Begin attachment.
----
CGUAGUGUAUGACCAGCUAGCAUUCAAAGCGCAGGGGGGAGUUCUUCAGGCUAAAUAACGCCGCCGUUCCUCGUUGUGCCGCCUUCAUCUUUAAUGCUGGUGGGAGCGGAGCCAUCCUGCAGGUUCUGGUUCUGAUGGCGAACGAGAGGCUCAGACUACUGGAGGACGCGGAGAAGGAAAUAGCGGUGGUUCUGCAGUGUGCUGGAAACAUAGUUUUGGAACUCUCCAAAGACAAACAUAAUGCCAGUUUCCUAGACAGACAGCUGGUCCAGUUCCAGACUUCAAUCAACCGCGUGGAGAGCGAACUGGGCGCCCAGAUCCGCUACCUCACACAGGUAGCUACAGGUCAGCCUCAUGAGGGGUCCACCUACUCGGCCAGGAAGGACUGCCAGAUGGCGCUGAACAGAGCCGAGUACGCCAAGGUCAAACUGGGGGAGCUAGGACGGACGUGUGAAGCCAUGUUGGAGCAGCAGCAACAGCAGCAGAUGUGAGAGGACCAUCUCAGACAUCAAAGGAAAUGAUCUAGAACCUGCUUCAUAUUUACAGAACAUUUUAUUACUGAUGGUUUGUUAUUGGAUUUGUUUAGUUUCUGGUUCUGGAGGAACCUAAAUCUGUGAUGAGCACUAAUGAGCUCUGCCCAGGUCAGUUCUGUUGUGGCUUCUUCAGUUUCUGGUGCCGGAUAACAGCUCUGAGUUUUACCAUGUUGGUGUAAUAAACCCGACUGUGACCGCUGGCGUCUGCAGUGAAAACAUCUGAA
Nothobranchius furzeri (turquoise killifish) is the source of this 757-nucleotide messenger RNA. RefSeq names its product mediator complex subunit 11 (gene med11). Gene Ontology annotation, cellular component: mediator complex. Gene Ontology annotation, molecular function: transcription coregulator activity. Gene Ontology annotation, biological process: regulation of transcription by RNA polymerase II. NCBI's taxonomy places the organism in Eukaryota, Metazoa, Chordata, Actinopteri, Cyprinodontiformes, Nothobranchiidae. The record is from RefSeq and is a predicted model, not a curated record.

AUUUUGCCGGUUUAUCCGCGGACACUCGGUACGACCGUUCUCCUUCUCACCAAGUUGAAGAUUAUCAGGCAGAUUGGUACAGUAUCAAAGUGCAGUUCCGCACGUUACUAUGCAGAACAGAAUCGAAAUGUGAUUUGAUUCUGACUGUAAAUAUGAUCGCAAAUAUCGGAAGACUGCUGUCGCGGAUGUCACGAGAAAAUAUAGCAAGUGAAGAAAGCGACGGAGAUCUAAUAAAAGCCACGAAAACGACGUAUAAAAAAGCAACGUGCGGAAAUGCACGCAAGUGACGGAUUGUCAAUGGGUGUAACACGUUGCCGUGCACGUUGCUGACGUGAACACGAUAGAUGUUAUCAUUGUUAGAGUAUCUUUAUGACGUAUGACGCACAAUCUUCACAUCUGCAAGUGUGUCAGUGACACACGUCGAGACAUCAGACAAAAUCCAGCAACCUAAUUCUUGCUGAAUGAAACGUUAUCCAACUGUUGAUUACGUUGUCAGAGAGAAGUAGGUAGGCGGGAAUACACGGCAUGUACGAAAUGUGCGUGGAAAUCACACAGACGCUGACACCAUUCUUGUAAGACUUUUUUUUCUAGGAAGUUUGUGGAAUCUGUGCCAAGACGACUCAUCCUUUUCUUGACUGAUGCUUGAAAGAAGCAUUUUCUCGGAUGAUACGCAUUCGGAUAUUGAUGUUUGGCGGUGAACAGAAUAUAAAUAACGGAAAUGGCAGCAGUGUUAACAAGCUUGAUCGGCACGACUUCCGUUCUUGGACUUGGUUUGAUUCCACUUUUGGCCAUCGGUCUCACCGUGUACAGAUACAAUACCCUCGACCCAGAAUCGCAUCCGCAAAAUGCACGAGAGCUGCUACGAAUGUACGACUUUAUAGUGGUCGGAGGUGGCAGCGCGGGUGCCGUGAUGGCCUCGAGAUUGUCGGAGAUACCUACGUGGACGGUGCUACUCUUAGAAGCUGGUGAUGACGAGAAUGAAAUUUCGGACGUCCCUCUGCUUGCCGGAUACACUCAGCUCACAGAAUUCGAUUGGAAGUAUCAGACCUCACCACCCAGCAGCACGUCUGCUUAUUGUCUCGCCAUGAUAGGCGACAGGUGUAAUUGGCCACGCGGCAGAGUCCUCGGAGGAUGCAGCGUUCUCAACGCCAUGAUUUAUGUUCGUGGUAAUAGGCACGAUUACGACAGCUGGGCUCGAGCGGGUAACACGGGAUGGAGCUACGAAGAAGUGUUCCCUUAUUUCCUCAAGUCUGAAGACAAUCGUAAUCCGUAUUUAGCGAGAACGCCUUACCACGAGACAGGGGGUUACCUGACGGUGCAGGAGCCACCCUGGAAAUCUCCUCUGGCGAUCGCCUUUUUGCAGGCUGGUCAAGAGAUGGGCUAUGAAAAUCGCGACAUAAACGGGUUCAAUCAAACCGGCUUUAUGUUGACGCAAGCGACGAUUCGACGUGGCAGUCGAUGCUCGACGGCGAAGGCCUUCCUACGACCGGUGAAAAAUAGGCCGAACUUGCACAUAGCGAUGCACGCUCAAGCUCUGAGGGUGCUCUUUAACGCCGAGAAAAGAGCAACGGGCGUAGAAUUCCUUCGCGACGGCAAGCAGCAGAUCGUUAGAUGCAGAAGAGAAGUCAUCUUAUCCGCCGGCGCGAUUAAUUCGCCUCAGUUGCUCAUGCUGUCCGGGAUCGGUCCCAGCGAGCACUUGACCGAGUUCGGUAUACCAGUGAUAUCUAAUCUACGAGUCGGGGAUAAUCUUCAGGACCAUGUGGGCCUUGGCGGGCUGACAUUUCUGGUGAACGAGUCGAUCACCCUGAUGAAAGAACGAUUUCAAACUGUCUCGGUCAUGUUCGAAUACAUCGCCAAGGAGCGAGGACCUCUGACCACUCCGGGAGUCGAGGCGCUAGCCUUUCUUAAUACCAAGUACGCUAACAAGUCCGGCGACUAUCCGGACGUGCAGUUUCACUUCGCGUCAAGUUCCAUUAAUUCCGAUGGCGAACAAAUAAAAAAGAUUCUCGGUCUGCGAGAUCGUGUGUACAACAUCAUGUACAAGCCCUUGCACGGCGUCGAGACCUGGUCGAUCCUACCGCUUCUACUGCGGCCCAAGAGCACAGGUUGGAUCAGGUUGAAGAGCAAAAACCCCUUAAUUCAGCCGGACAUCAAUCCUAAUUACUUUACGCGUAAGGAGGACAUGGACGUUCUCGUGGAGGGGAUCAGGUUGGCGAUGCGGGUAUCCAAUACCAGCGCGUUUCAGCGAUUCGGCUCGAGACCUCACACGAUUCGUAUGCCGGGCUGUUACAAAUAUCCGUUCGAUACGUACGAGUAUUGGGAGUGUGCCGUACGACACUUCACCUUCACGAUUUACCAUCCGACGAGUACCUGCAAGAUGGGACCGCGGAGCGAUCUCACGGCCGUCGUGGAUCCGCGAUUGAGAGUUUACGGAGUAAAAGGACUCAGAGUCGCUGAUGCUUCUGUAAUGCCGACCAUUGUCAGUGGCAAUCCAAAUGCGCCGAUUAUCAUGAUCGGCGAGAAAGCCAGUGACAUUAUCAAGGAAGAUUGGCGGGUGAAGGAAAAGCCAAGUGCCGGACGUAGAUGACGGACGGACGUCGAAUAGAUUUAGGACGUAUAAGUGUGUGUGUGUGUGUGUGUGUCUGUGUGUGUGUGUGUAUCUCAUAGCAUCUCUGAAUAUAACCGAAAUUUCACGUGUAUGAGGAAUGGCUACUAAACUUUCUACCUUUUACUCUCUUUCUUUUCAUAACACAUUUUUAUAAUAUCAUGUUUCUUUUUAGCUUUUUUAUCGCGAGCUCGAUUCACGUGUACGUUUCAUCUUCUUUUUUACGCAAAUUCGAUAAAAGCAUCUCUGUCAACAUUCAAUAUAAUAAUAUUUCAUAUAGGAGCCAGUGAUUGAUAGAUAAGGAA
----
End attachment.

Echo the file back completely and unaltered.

CGUAGUGUAUGACCAGCUAGCAUUCAAAGCGCAGGGGGGAGUUCUUCAGGCUAAAUAACGCCGCCGUUCCUCGUUGUGCCGCCUUCAUCUUUAAUGCUGGUGGGAGCGGAGCCAUCCUGCAGGUUCUGGUUCUGAUGGCGAACGAGAGGCUCAGACUACUGGAGGACGCGGAGAAGGAAAUAGCGGUGGUUCUGCAGUGUGCUGGAAACAUAGUUUUGGAACUCUCCAAAGACAAACAUAAUGCCAGUUUCCUAGACAGACAGCUGGUCCAGUUCCAGACUUCAAUCAACCGCGUGGAGAGCGAACUGGGCGCCCAGAUCCGCUACCUCACACAGGUAGCUACAGGUCAGCCUCAUGAGGGGUCCACCUACUCGGCCAGGAAGGACUGCCAGAUGGCGCUGAACAGAGCCGAGUACGCCAAGGUCAAACUGGGGGAGCUAGGACGGACGUGUGAAGCCAUGUUGGAGCAGCAGCAACAGCAGCAGAUGUGAGAGGACCAUCUCAGACAUCAAAGGAAAUGAUCUAGAACCUGCUUCAUAUUUACAGAACAUUUUAUUACUGAUGGUUUGUUAUUGGAUUUGUUUAGUUUCUGGUUCUGGAGGAACCUAAAUCUGUGAUGAGCACUAAUGAGCUCUGCCCAGGUCAGUUCUGUUGUGGCUUCUUCAGUUUCUGGUGCCGGAUAACAGCUCUGAGUUUUACCAUGUUGGUGUAAUAAACCCGACUGUGACCGCUGGCGUCUGCAGUGAAAACAUCUGAA
Nothobranchius furzeri (turquoise killifish) is the source of this 757-nucleotide messenger RNA. RefSeq names its product mediator complex subunit 11 (gene med11). Gene Ontology annotation, cellular component: mediator complex. Gene Ontology annotation, molecular function: transcription coregulator activity. Gene Ontology annotation, biological process: regulation of transcription by RNA polymerase II. NCBI's taxonomy places the organism in Eukaryota, Metazoa, Chordata, Actinopteri, Cyprinodontiformes, Nothobranchiidae. The record is from RefSeq and is a predicted model, not a curated record.

AUUUUGCCGGUUUAUCCGCGGACACUCGGUACGACCGUUCUCCUUCUCACCAAGUUGAAGAUUAUCAGGCAGAUUGGUACAGUAUCAAAGUGCAGUUCCGCACGUUACUAUGCAGAACAGAAUCGAAAUGUGAUUUGAUUCUGACUGUAAAUAUGAUCGCAAAUAUCGGAAGACUGCUGUCGCGGAUGUCACGAGAAAAUAUAGCAAGUGAAGAAAGCGACGGAGAUCUAAUAAAAGCCACGAAAACGACGUAUAAAAAAGCAACGUGCGGAAAUGCACGCAAGUGACGGAUUGUCAAUGGGUGUAACACGUUGCCGUGCACGUUGCUGACGUGAACACGAUAGAUGUUAUCAUUGUUAGAGUAUCUUUAUGACGUAUGACGCACAAUCUUCACAUCUGCAAGUGUGUCAGUGACACACGUCGAGACAUCAGACAAAAUCCAGCAACCUAAUUCUUGCUGAAUGAAACGUUAUCCAACUGUUGAUUACGUUGUCAGAGAGAAGUAGGUAGGCGGGAAUACACGGCAUGUACGAAAUGUGCGUGGAAAUCACACAGACGCUGACACCAUUCUUGUAAGACUUUUUUUUCUAGGAAGUUUGUGGAAUCUGUGCCAAGACGACUCAUCCUUUUCUUGACUGAUGCUUGAAAGAAGCAUUUUCUCGGAUGAUACGCAUUCGGAUAUUGAUGUUUGGCGGUGAACAGAAUAUAAAUAACGGAAAUGGCAGCAGUGUUAACAAGCUUGAUCGGCACGACUUCCGUUCUUGGACUUGGUUUGAUUCCACUUUUGGCCAUCGGUCUCACCGUGUACAGAUACAAUACCCUCGACCCAGAAUCGCAUCCGCAAAAUGCACGAGAGCUGCUACGAAUGUACGACUUUAUAGUGGUCGGAGGUGGCAGCGCGGGUGCCGUGAUGGCCUCGAGAUUGUCGGAGAUACCUACGUGGACGGUGCUACUCUUAGAAGCUGGUGAUGACGAGAAUGAAAUUUCGGACGUCCCUCUGCUUGCCGGAUACACUCAGCUCACAGAAUUCGAUUGGAAGUAUCAGACCUCACCACCCAGCAGCACGUCUGCUUAUUGUCUCGCCAUGAUAGGCGACAGGUGUAAUUGGCCACGCGGCAGAGUCCUCGGAGGAUGCAGCGUUCUCAACGCCAUGAUUUAUGUUCGUGGUAAUAGGCACGAUUACGACAGCUGGGCUCGAGCGGGUAACACGGGAUGGAGCUACGAAGAAGUGUUCCCUUAUUUCCUCAAGUCUGAAGACAAUCGUAAUCCGUAUUUAGCGAGAACGCCUUACCACGAGACAGGGGGUUACCUGACGGUGCAGGAGCCACCCUGGAAAUCUCCUCUGGCGAUCGCCUUUUUGCAGGCUGGUCAAGAGAUGGGCUAUGAAAAUCGCGACAUAAACGGGUUCAAUCAAACCGGCUUUAUGUUGACGCAAGCGACGAUUCGACGUGGCAGUCGAUGCUCGACGGCGAAGGCCUUCCUACGACCGGUGAAAAAUAGGCCGAACUUGCACAUAGCGAUGCACGCUCAAGCUCUGAGGGUGCUCUUUAACGCCGAGAAAAGAGCAACGGGCGUAGAAUUCCUUCGCGACGGCAAGCAGCAGAUCGUUAGAUGCAGAAGAGAAGUCAUCUUAUCCGCCGGCGCGAUUAAUUCGCCUCAGUUGCUCAUGCUGUCCGGGAUCGGUCCCAGCGAGCACUUGACCGAGUUCGGUAUACCAGUGAUAUCUAAUCUACGAGUCGGGGAUAAUCUUCAGGACCAUGUGGGCCUUGGCGGGCUGACAUUUCUGGUGAACGAGUCGAUCACCCUGAUGAAAGAACGAUUUCAAACUGUCUCGGUCAUGUUCGAAUACAUCGCCAAGGAGCGAGGACCUCUGACCACUCCGGGAGUCGAGGCGCUAGCCUUUCUUAAUACCAAGUACGCUAACAAGUCCGGCGACUAUCCGGACGUGCAGUUUCACUUCGCGUCAAGUUCCAUUAAUUCCGAUGGCGAACAAAUAAAAAAGAUUCUCGGUCUGCGAGAUCGUGUGUACAACAUCAUGUACAAGCCCUUGCACGGCGUCGAGACCUGGUCGAUCCUACCGCUUCUACUGCGGCCCAAGAGCACAGGUUGGAUCAGGUUGAAGAGCAAAAACCCCUUAAUUCAGCCGGACAUCAAUCCUAAUUACUUUACGCGUAAGGAGGACAUGGACGUUCUCGUGGAGGGGAUCAGGUUGGCGAUGCGGGUAUCCAAUACCAGCGCGUUUCAGCGAUUCGGCUCGAGACCUCACACGAUUCGUAUGCCGGGCUGUUACAAAUAUCCGUUCGAUACGUACGAGUAUUGGGAGUGUGCCGUACGACACUUCACCUUCACGAUUUACCAUCCGACGAGUACCUGCAAGAUGGGACCGCGGAGCGAUCUCACGGCCGUCGUGGAUCCGCGAUUGAGAGUUUACGGAGUAAAAGGACUCAGAGUCGCUGAUGCUUCUGUAAUGCCGACCAUUGUCAGUGGCAAUCCAAAUGCGCCGAUUAUCAUGAUCGGCGAGAAAGCCAGUGACAUUAUCAAGGAAGAUUGGCGGGUGAAGGAAAAGCCAAGUGCCGGACGUAGAUGACGGACGGACGUCGAAUAGAUUUAGGACGUAUAAGUGUGUGUGUGUGUGUGUGUGUCUGUGUGUGUGUGUGUAUCUCAUAGCAUCUCUGAAUAUAACCGAAAUUUCACGUGUAUGAGGAAUGGCUACUAAACUUUCUACCUUUUACUCUCUUUCUUUUCAUAACACAUUUUUAUAAUAUCAUGUUUCUUUUUAGCUUUUUUAUCGCGAGCUCGAUUCACGUGUACGUUUCAUCUUCUUUUUUACGCAAAUUCGAUAAAAGCAUCUCUGUCAACAUUCAAUAUAAUAAUAUUUCAUAUAGGAGCCAGUGAUUGAUAGAUAAGGAA